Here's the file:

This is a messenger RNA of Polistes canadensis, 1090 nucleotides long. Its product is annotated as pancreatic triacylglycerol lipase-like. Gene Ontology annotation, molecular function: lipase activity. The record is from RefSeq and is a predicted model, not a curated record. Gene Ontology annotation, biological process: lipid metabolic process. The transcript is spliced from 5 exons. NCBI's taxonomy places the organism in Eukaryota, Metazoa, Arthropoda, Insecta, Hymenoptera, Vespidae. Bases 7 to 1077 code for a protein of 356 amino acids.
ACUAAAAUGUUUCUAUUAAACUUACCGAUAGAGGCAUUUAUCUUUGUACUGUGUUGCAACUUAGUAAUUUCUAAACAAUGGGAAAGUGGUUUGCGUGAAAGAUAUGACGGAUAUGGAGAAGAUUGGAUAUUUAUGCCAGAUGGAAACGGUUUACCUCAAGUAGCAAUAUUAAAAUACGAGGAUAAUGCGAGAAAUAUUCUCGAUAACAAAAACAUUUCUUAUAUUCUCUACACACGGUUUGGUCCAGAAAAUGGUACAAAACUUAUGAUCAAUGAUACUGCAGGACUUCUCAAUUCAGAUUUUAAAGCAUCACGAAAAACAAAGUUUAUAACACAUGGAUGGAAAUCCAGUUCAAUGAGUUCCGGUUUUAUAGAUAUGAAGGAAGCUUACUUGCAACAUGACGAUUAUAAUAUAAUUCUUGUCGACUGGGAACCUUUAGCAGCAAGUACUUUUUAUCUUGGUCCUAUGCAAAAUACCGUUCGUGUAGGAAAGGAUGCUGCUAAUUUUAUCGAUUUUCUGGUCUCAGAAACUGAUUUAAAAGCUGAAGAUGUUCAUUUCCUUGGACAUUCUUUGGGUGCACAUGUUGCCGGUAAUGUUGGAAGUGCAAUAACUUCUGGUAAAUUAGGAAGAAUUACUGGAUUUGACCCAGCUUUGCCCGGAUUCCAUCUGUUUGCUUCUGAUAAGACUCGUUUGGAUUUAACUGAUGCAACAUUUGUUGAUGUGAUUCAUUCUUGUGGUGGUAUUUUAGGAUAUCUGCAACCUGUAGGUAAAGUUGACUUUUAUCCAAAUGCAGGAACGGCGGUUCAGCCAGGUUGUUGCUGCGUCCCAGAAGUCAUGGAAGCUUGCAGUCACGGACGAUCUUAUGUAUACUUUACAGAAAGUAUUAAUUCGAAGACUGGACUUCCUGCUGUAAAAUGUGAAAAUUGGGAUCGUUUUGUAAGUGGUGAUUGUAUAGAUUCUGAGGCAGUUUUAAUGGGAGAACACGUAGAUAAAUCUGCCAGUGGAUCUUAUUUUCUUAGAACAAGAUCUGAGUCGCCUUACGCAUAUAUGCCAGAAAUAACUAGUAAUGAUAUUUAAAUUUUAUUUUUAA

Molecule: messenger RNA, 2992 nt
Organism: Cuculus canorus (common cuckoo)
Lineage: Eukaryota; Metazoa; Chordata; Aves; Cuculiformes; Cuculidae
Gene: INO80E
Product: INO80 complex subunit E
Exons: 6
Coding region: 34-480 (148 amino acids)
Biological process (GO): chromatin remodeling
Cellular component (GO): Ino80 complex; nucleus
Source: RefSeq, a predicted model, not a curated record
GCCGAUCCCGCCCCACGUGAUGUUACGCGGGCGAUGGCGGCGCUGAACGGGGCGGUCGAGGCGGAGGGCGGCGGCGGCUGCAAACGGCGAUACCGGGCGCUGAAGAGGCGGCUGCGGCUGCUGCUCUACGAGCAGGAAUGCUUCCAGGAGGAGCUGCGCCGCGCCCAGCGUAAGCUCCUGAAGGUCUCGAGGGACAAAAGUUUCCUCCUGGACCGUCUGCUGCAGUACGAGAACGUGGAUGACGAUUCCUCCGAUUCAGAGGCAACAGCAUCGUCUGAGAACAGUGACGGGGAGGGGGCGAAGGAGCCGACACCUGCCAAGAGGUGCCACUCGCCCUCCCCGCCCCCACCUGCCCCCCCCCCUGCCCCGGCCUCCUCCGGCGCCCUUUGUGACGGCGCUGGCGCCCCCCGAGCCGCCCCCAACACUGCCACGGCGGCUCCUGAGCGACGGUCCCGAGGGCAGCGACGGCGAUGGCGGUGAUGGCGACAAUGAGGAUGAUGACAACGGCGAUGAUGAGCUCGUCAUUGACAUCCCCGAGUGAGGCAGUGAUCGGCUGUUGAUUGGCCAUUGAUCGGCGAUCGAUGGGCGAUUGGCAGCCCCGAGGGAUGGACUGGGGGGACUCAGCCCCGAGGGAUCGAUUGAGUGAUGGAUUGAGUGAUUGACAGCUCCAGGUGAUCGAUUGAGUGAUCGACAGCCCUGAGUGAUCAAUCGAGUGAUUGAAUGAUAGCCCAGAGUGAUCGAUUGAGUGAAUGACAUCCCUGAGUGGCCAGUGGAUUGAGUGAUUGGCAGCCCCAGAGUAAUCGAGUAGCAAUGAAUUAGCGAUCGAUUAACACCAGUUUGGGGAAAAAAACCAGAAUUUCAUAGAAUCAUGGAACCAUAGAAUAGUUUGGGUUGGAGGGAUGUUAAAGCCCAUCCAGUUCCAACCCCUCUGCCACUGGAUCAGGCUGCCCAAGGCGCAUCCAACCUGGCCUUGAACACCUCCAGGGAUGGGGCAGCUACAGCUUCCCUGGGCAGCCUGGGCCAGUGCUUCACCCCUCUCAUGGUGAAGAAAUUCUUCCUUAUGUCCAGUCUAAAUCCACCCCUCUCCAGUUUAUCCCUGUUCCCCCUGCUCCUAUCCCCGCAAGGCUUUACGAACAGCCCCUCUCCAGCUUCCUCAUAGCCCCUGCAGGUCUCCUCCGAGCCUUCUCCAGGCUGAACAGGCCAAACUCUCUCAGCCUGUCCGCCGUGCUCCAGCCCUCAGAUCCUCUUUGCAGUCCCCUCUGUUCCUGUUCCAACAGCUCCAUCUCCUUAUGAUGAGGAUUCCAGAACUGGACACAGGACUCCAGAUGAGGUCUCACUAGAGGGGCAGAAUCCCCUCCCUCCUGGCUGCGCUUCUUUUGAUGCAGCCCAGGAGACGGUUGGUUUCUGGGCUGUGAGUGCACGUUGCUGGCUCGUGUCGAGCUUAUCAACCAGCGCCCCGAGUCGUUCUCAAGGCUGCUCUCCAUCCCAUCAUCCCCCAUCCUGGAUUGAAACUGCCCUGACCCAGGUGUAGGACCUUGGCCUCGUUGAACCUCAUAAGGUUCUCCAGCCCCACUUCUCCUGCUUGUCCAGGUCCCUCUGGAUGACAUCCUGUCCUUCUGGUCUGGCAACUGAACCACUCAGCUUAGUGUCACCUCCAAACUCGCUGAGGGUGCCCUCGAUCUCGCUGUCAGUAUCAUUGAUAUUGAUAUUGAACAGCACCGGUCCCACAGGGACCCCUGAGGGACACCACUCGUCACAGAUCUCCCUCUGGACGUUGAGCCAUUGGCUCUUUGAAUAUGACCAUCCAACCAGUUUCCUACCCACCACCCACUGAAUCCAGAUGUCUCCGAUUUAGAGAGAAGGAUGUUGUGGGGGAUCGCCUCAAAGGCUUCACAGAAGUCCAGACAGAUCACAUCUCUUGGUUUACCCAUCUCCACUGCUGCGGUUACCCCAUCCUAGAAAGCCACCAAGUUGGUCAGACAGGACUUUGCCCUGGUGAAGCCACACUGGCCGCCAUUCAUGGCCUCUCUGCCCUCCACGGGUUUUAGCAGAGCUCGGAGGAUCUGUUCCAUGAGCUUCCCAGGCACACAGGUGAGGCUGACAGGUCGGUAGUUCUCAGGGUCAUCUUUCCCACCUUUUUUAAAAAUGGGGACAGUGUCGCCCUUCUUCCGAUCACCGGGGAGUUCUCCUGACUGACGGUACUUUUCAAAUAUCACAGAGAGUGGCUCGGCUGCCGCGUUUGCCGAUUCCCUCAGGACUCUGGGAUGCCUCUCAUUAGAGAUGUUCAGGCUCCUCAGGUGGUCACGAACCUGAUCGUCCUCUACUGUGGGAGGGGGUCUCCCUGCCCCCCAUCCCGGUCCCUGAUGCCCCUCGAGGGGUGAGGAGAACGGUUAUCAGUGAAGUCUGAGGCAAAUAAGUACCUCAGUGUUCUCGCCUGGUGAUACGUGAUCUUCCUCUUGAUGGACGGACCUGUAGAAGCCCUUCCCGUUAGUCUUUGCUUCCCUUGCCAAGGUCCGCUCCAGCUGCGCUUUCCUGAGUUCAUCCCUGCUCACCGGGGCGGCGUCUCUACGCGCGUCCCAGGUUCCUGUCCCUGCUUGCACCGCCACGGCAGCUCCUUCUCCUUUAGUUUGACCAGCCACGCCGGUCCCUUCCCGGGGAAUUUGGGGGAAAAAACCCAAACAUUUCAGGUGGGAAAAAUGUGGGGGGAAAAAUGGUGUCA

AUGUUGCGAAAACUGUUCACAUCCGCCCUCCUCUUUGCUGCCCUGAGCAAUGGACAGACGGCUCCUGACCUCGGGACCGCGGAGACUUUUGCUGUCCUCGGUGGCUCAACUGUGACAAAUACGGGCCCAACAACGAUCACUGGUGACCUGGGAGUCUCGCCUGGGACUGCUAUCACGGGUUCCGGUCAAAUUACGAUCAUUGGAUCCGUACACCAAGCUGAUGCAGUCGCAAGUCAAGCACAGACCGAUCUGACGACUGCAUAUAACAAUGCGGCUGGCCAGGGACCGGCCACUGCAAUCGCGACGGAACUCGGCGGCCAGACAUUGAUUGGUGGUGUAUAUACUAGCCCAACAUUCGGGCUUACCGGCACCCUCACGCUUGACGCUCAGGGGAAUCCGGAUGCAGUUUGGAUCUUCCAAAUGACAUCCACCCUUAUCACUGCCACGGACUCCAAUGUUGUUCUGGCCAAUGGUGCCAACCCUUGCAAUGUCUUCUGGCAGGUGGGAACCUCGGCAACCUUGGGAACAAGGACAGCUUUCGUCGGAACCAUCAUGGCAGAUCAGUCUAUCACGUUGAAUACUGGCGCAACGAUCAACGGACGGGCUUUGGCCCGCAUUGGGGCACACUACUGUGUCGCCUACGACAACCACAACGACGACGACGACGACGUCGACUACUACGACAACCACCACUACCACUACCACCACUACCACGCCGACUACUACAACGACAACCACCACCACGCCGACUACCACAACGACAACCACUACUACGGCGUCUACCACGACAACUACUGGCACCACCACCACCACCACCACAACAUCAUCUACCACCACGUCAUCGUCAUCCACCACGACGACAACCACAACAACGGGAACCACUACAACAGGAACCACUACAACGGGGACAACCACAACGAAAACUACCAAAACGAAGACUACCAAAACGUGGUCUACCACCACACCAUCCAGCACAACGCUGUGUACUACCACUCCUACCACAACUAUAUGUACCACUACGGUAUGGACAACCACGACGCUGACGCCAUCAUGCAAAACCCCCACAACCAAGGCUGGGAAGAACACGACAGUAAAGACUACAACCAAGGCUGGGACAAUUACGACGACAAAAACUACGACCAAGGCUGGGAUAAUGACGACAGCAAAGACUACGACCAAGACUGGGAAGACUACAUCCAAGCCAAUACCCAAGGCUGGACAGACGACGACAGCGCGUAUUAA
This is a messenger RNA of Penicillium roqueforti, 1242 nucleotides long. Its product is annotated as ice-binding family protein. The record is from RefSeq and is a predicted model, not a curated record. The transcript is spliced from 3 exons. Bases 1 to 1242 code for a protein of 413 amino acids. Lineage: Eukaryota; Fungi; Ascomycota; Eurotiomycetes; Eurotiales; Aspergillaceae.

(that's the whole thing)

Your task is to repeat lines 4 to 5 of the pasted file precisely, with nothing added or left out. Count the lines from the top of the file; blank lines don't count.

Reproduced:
Organism: Cuculus canorus (common cuckoo)
Lineage: Eukaryota; Metazoa; Chordata; Aves; Cuculiformes; Cuculidae